France provides us with a thousand different varieties of cheese. Let us look at the 7 most recommended ones!
The Bleu d’Auvergne is a blue-veined cow milk-based cheese. The Bleu d’Auvergne was created in the 19th century by Antoine Roussel, a local farmer who wanted to produce the cheese “bluestain,” which, according to him, has a “unique, agreeable, and scented” flavor. Several experiments later, the Bleu d’Auvergne was developed, based on rye bread, mould, and fake holes! Georges Mathieu said, Antoine Roussel, the school director of the Aurillac dairy business, “just achieved a microbial planting and crop in an organic environment”.
A shepherd in love who wished to lure his woman put his sandwich of rye bread and sheep cheese in a cave where he was resting, according to tradition. When he returned to finish his lunch, he noticed mould on it, and so the Roquefort was born! The oldest documented reference comes from the XIth century, and it has served as a historical icon for the Causses and Aveyron valleys. Several privileges were granted to Roquefort residents in the XVth century by Charles VI and later by Charles VII.
Diderot, during the Age of Enlightenment, proclaims the Roquefort as the “King of Cheese.” The Roquefort basements are situated in the midst of the Combalou plateau, and the “fleurines” provide the necessary ventilation for the cheese’s growth.
The Langres cheese was first mentioned in a song composed by the city Dominican Prior in the middle of the XVIIIth century. It is also mentioned in a publication on cheese in the nineteenth century, with the Maroilles and the Livarot. The Langres is distinguished by the little “basin” near its apex. The deeper the basin is dug, the more aged the Langres cheese is. Basin is there simply because, unlike his main rival, the Epoisses, the Langres is never flipped. A small size requires at least 15 days of cheese-aging, a medium-size requires 18 days, and a large size requires 21 days.
The Brocciu, the Ile de Beaute’s national pride, is the only cheese created from whey, which implies Corsican ewes and/or goats’ whey. According to mythology, the Corsican shepherds threatened an ogre, an animal stealer, who divulged the Brocciu making secret in return for his life. The term Brocciu is derived from the word “brousse,” which refers to a Provencal fresh cheese. We may consume fresh Brocciu and passu Brocciu, as well as cheese that is aged for 21 days. As the author Emile Bergerat puts it, “the one who has never tasted, does not know the island”.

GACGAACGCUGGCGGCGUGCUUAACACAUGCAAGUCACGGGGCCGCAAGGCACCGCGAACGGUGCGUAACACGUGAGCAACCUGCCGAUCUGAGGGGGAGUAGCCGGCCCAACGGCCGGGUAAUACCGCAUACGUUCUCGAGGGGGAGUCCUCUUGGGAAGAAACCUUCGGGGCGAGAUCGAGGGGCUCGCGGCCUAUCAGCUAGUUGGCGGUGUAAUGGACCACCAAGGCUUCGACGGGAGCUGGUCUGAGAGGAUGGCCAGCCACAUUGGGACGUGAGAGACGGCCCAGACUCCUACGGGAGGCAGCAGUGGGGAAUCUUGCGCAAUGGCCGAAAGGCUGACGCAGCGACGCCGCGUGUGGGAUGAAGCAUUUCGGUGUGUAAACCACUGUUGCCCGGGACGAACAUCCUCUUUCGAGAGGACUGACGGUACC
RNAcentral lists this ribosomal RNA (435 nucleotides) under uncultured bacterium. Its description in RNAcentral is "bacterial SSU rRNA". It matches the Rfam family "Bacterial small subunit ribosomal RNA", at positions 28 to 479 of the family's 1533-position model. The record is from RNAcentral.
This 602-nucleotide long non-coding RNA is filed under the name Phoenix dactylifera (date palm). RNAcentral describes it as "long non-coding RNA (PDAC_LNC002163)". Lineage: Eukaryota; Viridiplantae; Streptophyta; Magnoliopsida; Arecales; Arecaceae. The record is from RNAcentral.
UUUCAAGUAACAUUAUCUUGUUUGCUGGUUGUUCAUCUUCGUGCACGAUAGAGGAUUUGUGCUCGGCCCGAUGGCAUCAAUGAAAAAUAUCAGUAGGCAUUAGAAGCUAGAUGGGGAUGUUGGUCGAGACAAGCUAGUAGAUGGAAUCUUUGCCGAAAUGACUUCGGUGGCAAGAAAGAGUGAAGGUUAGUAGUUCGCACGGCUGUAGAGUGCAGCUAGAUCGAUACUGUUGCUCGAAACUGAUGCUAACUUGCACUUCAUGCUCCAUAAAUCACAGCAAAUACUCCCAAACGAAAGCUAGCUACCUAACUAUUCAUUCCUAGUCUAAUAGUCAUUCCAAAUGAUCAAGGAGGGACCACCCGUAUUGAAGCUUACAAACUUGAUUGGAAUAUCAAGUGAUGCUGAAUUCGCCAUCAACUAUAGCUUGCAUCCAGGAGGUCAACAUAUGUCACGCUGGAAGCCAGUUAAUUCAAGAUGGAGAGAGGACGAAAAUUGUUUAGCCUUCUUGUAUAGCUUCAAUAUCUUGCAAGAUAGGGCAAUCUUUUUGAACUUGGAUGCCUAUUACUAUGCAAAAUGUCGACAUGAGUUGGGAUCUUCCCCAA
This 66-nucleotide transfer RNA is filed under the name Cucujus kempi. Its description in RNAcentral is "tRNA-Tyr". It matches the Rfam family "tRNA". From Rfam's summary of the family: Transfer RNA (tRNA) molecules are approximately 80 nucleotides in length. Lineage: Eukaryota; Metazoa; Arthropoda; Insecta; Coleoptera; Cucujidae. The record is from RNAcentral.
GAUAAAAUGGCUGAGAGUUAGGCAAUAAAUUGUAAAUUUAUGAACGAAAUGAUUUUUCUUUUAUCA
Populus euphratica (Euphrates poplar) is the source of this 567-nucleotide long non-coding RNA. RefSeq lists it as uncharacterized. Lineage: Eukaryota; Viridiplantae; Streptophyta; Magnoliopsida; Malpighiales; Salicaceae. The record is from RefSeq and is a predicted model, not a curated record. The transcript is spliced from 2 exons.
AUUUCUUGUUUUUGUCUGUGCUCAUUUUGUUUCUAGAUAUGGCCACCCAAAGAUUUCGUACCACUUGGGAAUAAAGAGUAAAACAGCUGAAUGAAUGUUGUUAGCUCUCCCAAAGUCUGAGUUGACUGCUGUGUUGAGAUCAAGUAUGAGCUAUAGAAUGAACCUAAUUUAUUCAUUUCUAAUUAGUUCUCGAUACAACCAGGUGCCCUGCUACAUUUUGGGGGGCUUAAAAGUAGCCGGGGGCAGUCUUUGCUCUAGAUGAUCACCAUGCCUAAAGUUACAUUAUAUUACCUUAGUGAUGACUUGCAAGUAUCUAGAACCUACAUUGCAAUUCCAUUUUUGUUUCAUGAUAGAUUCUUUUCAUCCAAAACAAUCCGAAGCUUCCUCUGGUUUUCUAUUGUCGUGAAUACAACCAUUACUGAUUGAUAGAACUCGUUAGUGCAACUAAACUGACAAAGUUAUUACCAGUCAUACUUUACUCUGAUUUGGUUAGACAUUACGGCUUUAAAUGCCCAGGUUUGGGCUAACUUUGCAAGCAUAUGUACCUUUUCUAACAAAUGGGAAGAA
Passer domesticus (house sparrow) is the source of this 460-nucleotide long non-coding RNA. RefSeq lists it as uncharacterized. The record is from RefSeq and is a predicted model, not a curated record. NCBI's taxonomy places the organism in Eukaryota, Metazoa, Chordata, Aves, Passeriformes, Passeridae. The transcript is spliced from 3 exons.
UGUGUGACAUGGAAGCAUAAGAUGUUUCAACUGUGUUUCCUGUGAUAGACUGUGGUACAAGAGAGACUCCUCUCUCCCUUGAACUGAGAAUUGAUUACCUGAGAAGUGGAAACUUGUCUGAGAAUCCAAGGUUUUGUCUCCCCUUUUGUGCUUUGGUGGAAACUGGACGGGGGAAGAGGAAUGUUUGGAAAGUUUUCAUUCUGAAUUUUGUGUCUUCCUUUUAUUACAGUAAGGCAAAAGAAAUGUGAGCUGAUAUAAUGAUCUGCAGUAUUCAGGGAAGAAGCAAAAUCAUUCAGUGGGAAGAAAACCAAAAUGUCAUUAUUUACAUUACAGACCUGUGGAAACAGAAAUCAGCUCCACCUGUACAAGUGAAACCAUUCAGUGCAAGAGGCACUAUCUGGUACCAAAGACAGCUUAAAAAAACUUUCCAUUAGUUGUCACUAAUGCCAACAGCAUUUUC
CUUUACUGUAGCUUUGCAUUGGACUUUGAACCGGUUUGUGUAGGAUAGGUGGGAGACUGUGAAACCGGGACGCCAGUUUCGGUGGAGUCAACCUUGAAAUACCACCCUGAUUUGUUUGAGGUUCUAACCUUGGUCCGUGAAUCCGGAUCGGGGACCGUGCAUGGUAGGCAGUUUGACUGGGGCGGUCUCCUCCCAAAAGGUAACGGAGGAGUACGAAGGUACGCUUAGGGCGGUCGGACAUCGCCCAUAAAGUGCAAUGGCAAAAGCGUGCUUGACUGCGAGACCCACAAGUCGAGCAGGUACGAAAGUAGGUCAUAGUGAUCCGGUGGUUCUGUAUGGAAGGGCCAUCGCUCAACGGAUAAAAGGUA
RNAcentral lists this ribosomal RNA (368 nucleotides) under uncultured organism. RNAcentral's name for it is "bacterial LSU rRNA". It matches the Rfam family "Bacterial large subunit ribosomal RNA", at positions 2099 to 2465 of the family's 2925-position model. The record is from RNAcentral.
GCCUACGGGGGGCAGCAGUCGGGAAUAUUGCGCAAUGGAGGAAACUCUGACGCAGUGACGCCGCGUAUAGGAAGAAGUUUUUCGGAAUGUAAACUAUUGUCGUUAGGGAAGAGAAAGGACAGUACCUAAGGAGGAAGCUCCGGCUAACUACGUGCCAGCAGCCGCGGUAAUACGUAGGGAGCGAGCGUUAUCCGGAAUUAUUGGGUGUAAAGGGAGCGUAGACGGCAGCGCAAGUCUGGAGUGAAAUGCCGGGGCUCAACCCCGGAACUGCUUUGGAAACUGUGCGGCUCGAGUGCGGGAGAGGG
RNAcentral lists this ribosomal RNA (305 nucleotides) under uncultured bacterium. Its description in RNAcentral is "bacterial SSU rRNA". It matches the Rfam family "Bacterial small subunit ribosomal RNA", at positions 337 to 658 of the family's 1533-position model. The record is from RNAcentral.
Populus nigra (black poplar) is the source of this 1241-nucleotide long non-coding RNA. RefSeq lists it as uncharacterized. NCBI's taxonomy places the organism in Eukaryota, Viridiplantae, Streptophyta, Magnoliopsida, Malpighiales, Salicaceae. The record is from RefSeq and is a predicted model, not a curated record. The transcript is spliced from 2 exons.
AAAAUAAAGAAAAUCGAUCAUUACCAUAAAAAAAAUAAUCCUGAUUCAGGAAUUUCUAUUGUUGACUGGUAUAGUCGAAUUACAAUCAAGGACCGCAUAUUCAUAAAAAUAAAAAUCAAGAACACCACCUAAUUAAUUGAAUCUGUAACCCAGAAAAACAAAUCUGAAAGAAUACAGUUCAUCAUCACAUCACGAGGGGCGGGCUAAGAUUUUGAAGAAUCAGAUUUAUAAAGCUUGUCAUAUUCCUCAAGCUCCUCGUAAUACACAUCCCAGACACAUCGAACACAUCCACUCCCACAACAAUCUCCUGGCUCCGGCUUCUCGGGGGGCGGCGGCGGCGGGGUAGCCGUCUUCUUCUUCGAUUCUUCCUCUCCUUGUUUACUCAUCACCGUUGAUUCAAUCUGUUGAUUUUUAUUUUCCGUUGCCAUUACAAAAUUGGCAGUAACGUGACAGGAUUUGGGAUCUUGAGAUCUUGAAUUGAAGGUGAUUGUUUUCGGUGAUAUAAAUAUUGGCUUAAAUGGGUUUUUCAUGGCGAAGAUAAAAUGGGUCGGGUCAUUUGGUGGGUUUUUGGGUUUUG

Cantal or “Fourme de Cantal”
Cantal is a pressed, raw cow’s milk cheese. Pliny the Elder dubbed the Cantal “the cheese from Gables and Gevaudan area.” It is one of the earliest cheeses in history. Because of its large size that may weigh up to 45kg, the Cantal was already declared as food storage and trading goods around 2000 years ago. The cheese must be aged for at least 30 days. A young Cantal will require around 1 month of cheese-aging, a middle-aged Cantal will require 2 to 6 months, and an elderly Cantal will require more than 6 months.
Reblochon was born in the XIIIth century in the Haute-Savoie region of Thones. Farmers were not landowners throughout the Middle Ages, and they were required to pay a “right of use” fee on the amount of milk produced and to let their animals graze, which rendered its production unlawful. Indeed, following the controller’s visit, farmers began using “the Rebloche,” which involves squeezing the cow udders twice, resulting in exceptionally creamy milk. It was ideal for cheese, and it was even better because it was free! The Savoy was brought into the French Empire in 1860, launching the Reblochon trade, which was aided by the Annecy railway. Reblochon cheese is aged for 4 to 5 weeks on a thin, spruce slice.
Bouton de Culotte
Maconnais and Haut-Beaujolais produce this smooth, bloomy rind goat cheese. Bouton de Culotte was created as a result of the existence of goat herds in the region. It is the smallest cheese of all! Bouton de Culotte, also known as “Chevreton of Maconnais or Cabrion,” gets its name from its small size, which allows it to drain without being flipped, and its form which resembles a trouser button.